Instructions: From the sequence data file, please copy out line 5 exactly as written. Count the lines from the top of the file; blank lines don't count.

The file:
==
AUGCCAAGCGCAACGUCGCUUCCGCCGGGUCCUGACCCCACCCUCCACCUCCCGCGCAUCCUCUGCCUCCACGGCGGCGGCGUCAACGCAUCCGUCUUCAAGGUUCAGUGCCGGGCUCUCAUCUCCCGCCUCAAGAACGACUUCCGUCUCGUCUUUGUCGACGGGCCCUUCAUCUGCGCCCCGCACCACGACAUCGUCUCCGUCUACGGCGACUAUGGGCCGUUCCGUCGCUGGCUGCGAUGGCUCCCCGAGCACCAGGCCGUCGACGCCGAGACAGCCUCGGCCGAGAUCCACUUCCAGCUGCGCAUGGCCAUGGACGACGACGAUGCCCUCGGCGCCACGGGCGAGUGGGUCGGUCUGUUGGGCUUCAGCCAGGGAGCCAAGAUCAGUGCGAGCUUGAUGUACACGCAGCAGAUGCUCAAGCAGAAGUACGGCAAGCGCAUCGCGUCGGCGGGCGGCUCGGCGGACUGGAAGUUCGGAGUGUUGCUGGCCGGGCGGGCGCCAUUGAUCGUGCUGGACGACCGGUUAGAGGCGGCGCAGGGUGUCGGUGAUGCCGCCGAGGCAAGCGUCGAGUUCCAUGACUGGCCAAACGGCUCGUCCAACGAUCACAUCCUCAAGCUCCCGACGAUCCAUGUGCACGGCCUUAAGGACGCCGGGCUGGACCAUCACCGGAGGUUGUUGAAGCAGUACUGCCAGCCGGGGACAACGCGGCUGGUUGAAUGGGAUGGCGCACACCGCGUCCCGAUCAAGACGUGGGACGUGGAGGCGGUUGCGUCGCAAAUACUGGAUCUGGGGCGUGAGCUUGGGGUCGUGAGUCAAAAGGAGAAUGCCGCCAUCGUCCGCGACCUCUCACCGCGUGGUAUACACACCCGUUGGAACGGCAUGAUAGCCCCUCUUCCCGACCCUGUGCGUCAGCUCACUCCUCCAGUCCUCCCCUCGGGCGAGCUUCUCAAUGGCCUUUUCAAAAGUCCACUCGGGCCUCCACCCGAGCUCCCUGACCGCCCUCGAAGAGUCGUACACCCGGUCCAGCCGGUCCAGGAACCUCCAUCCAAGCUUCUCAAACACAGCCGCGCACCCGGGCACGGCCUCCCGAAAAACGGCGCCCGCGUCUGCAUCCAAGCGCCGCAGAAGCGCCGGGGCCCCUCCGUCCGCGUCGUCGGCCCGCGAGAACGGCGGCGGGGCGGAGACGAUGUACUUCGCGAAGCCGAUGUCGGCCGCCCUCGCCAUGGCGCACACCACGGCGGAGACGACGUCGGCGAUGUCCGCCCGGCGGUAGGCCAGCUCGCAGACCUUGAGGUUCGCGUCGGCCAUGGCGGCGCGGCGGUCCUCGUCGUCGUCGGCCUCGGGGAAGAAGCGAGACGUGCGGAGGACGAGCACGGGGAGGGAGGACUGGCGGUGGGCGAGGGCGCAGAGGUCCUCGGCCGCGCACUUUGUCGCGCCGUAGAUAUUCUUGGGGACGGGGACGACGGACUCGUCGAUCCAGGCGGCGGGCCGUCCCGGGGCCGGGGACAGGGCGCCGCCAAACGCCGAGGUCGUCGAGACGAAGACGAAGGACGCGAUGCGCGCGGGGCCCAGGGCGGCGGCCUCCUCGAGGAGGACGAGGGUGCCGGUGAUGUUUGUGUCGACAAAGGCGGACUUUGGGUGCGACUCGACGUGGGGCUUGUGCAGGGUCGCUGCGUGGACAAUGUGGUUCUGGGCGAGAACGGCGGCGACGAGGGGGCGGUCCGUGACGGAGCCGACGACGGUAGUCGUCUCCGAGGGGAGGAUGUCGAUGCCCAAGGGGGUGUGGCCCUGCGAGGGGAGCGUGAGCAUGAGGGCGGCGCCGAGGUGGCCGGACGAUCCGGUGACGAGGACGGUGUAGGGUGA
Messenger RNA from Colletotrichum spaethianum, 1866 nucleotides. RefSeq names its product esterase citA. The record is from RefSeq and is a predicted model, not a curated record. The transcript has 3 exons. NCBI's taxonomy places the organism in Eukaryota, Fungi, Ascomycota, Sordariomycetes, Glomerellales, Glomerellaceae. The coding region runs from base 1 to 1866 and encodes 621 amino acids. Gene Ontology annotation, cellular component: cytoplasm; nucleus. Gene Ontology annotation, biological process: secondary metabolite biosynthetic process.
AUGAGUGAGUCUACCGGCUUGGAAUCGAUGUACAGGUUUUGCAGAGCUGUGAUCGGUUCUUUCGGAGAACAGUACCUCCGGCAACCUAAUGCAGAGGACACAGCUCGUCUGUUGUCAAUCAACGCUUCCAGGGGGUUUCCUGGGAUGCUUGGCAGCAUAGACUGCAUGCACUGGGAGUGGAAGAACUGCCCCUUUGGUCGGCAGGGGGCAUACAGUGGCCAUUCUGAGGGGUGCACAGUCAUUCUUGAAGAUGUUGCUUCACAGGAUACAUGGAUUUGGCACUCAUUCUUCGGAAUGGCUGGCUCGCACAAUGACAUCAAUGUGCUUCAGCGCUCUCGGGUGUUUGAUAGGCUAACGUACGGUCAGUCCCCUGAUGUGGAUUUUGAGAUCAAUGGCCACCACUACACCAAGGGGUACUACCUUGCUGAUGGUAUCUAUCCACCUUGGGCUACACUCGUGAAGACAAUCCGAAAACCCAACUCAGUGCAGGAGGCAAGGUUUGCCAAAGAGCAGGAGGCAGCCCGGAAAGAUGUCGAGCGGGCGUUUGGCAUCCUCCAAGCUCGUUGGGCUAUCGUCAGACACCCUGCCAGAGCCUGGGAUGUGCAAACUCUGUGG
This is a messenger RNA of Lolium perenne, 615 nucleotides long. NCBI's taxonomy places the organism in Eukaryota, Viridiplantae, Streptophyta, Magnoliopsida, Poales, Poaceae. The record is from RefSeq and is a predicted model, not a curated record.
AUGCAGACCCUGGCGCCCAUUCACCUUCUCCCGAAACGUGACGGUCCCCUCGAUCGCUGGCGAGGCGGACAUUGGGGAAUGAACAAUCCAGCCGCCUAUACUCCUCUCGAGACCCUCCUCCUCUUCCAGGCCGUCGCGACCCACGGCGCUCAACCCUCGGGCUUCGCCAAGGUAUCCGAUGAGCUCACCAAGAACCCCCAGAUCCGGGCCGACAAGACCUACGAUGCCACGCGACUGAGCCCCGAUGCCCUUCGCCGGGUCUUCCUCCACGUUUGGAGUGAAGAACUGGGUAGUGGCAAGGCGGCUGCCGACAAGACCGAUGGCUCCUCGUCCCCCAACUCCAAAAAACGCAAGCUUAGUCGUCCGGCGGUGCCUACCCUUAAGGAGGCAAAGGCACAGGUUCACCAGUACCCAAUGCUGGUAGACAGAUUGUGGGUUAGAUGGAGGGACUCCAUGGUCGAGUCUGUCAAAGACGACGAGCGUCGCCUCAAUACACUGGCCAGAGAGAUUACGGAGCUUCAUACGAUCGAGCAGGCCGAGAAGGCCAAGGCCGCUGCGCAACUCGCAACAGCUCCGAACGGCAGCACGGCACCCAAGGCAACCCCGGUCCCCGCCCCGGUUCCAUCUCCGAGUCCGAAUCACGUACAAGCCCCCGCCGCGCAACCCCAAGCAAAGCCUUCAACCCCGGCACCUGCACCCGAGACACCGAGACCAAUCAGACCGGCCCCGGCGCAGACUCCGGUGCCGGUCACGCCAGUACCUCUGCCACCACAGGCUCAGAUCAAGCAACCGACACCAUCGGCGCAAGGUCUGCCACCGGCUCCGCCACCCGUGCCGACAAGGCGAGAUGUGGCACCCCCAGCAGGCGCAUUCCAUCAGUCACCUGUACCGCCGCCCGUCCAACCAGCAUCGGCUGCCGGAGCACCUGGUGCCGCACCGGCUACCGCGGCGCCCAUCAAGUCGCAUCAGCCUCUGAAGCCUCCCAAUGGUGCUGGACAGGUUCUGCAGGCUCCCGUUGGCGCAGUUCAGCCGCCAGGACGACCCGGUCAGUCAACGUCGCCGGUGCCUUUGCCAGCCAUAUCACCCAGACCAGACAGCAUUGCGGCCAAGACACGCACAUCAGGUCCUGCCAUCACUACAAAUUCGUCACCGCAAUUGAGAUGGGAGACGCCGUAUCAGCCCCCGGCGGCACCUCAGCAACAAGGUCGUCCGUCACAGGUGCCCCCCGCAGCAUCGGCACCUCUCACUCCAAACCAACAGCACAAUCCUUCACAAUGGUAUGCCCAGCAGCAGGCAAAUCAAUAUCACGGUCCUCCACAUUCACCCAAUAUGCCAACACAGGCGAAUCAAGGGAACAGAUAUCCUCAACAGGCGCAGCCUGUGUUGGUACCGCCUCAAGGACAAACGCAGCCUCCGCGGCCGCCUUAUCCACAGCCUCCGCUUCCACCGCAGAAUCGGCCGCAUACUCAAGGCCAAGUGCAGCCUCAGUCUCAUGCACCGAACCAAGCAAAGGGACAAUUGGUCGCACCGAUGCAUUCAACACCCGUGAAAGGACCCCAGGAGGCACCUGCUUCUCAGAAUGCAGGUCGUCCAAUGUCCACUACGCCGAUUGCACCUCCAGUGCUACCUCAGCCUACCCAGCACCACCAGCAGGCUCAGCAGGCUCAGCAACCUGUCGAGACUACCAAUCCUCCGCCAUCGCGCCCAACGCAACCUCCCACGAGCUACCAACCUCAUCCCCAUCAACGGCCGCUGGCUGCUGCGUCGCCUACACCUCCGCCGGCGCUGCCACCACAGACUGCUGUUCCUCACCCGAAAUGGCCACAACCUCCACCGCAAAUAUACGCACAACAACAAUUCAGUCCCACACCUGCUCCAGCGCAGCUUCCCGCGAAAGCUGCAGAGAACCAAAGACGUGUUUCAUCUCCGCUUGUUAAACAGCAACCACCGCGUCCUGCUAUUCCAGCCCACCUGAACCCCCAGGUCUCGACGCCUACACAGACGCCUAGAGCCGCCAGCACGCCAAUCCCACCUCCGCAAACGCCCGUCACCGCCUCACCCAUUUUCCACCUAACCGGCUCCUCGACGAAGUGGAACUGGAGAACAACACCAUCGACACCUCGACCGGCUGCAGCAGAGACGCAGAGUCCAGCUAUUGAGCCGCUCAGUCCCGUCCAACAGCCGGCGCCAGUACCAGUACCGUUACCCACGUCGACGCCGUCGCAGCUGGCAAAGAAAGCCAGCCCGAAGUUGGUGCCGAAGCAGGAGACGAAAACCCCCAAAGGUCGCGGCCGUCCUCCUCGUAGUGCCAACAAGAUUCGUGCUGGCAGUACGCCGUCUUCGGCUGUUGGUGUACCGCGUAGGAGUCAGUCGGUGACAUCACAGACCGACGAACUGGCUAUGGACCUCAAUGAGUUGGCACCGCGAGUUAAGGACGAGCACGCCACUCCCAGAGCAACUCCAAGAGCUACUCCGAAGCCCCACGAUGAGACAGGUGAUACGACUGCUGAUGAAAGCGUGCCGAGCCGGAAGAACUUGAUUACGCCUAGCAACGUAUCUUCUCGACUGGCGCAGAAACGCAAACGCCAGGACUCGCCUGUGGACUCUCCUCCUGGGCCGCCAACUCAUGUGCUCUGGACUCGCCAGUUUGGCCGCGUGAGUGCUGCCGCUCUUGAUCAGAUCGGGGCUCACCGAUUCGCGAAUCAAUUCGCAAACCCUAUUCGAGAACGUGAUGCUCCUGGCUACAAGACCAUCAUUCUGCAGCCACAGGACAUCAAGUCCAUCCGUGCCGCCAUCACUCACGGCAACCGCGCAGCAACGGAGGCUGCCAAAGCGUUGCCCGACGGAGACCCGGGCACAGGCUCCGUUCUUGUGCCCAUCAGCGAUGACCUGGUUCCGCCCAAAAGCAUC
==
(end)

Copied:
AUGCAGACCCUGGCGCCCAUUCACCUUCUCCCGAAACGUGACGGUCCCCUCGAUCGCUGGCGAGGCGGACAUUGGGGAAUGAACAAUCCAGCCGCCUAUACUCCUCUCGAGACCCUCCUCCUCUUCCAGGCCGUCGCGACCCACGGCGCUCAACCCUCGGGCUUCGCCAAGGUAUCCGAUGAGCUCACCAAGAACCCCCAGAUCCGGGCCGACAAGACCUACGAUGCCACGCGACUGAGCCCCGAUGCCCUUCGCCGGGUCUUCCUCCACGUUUGGAGUGAAGAACUGGGUAGUGGCAAGGCGGCUGCCGACAAGACCGAUGGCUCCUCGUCCCCCAACUCCAAAAAACGCAAGCUUAGUCGUCCGGCGGUGCCUACCCUUAAGGAGGCAAAGGCACAGGUUCACCAGUACCCAAUGCUGGUAGACAGAUUGUGGGUUAGAUGGAGGGACUCCAUGGUCGAGUCUGUCAAAGACGACGAGCGUCGCCUCAAUACACUGGCCAGAGAGAUUACGGAGCUUCAUACGAUCGAGCAGGCCGAGAAGGCCAAGGCCGCUGCGCAACUCGCAACAGCUCCGAACGGCAGCACGGCACCCAAGGCAACCCCGGUCCCCGCCCCGGUUCCAUCUCCGAGUCCGAAUCACGUACAAGCCCCCGCCGCGCAACCCCAAGCAAAGCCUUCAACCCCGGCACCUGCACCCGAGACACCGAGACCAAUCAGACCGGCCCCGGCGCAGACUCCGGUGCCGGUCACGCCAGUACCUCUGCCACCACAGGCUCAGAUCAAGCAACCGACACCAUCGGCGCAAGGUCUGCCACCGGCUCCGCCACCCGUGCCGACAAGGCGAGAUGUGGCACCCCCAGCAGGCGCAUUCCAUCAGUCACCUGUACCGCCGCCCGUCCAACCAGCAUCGGCUGCCGGAGCACCUGGUGCCGCACCGGCUACCGCGGCGCCCAUCAAGUCGCAUCAGCCUCUGAAGCCUCCCAAUGGUGCUGGACAGGUUCUGCAGGCUCCCGUUGGCGCAGUUCAGCCGCCAGGACGACCCGGUCAGUCAACGUCGCCGGUGCCUUUGCCAGCCAUAUCACCCAGACCAGACAGCAUUGCGGCCAAGACACGCACAUCAGGUCCUGCCAUCACUACAAAUUCGUCACCGCAAUUGAGAUGGGAGACGCCGUAUCAGCCCCCGGCGGCACCUCAGCAACAAGGUCGUCCGUCACAGGUGCCCCCCGCAGCAUCGGCACCUCUCACUCCAAACCAACAGCACAAUCCUUCACAAUGGUAUGCCCAGCAGCAGGCAAAUCAAUAUCACGGUCCUCCACAUUCACCCAAUAUGCCAACACAGGCGAAUCAAGGGAACAGAUAUCCUCAACAGGCGCAGCCUGUGUUGGUACCGCCUCAAGGACAAACGCAGCCUCCGCGGCCGCCUUAUCCACAGCCUCCGCUUCCACCGCAGAAUCGGCCGCAUACUCAAGGCCAAGUGCAGCCUCAGUCUCAUGCACCGAACCAAGCAAAGGGACAAUUGGUCGCACCGAUGCAUUCAACACCCGUGAAAGGACCCCAGGAGGCACCUGCUUCUCAGAAUGCAGGUCGUCCAAUGUCCACUACGCCGAUUGCACCUCCAGUGCUACCUCAGCCUACCCAGCACCACCAGCAGGCUCAGCAGGCUCAGCAACCUGUCGAGACUACCAAUCCUCCGCCAUCGCGCCCAACGCAACCUCCCACGAGCUACCAACCUCAUCCCCAUCAACGGCCGCUGGCUGCUGCGUCGCCUACACCUCCGCCGGCGCUGCCACCACAGACUGCUGUUCCUCACCCGAAAUGGCCACAACCUCCACCGCAAAUAUACGCACAACAACAAUUCAGUCCCACACCUGCUCCAGCGCAGCUUCCCGCGAAAGCUGCAGAGAACCAAAGACGUGUUUCAUCUCCGCUUGUUAAACAGCAACCACCGCGUCCUGCUAUUCCAGCCCACCUGAACCCCCAGGUCUCGACGCCUACACAGACGCCUAGAGCCGCCAGCACGCCAAUCCCACCUCCGCAAACGCCCGUCACCGCCUCACCCAUUUUCCACCUAACCGGCUCCUCGACGAAGUGGAACUGGAGAACAACACCAUCGACACCUCGACCGGCUGCAGCAGAGACGCAGAGUCCAGCUAUUGAGCCGCUCAGUCCCGUCCAACAGCCGGCGCCAGUACCAGUACCGUUACCCACGUCGACGCCGUCGCAGCUGGCAAAGAAAGCCAGCCCGAAGUUGGUGCCGAAGCAGGAGACGAAAACCCCCAAAGGUCGCGGCCGUCCUCCUCGUAGUGCCAACAAGAUUCGUGCUGGCAGUACGCCGUCUUCGGCUGUUGGUGUACCGCGUAGGAGUCAGUCGGUGACAUCACAGACCGACGAACUGGCUAUGGACCUCAAUGAGUUGGCACCGCGAGUUAAGGACGAGCACGCCACUCCCAGAGCAACUCCAAGAGCUACUCCGAAGCCCCACGAUGAGACAGGUGAUACGACUGCUGAUGAAAGCGUGCCGAGCCGGAAGAACUUGAUUACGCCUAGCAACGUAUCUUCUCGACUGGCGCAGAAACGCAAACGCCAGGACUCGCCUGUGGACUCUCCUCCUGGGCCGCCAACUCAUGUGCUCUGGACUCGCCAGUUUGGCCGCGUGAGUGCUGCCGCUCUUGAUCAGAUCGGGGCUCACCGAUUCGCGAAUCAAUUCGCAAACCCUAUUCGAGAACGUGAUGCUCCUGGCUACAAGACCAUCAUUCUGCAGCCACAGGACAUCAAGUCCAUCCGUGCCGCCAUCACUCACGGCAACCGCGCAGCAACGGAGGCUGCCAAAGCGUUGCCCGACGGAGACCCGGGCACAGGCUCCGUUCUUGUGCCCAUCAGCGAUGACCUGGUUCCGCCCAAAAGCAUC